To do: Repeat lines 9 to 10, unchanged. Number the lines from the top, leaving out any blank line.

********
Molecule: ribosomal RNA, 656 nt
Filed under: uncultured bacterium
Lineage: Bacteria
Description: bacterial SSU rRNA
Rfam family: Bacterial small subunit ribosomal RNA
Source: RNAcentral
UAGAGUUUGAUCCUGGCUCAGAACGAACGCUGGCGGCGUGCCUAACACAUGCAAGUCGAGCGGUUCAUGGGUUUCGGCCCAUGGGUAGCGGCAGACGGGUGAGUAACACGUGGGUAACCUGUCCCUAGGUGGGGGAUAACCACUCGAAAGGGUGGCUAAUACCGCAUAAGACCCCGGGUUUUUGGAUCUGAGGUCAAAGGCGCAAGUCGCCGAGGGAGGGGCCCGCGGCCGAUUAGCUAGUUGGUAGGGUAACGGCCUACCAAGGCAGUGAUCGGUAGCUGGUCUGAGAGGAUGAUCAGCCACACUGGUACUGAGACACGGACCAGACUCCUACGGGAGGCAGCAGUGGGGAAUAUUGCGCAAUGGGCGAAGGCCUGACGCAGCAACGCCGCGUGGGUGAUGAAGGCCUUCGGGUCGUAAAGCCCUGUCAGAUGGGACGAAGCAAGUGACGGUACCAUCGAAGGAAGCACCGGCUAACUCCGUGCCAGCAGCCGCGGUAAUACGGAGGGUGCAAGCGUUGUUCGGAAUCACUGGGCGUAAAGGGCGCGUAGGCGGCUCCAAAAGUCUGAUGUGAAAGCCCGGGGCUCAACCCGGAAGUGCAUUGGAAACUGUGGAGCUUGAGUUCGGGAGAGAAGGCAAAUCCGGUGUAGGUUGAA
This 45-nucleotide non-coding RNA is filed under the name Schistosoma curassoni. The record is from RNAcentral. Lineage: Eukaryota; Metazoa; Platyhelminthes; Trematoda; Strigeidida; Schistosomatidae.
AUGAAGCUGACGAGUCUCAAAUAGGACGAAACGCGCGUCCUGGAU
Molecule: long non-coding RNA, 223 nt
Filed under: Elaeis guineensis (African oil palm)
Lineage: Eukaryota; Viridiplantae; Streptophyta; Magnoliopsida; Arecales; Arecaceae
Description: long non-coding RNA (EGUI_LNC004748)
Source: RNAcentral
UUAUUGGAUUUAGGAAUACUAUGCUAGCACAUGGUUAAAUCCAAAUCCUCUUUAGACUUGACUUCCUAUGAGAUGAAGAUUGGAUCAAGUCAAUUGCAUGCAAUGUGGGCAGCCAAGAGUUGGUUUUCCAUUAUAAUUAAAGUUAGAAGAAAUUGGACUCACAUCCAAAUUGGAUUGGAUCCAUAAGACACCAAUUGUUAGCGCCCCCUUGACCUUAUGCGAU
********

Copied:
AUGAAGCUGACGAGUCUCAAAUAGGACGAAACGCGCGUCCUGGAU
Molecule: long non-coding RNA, 223 nt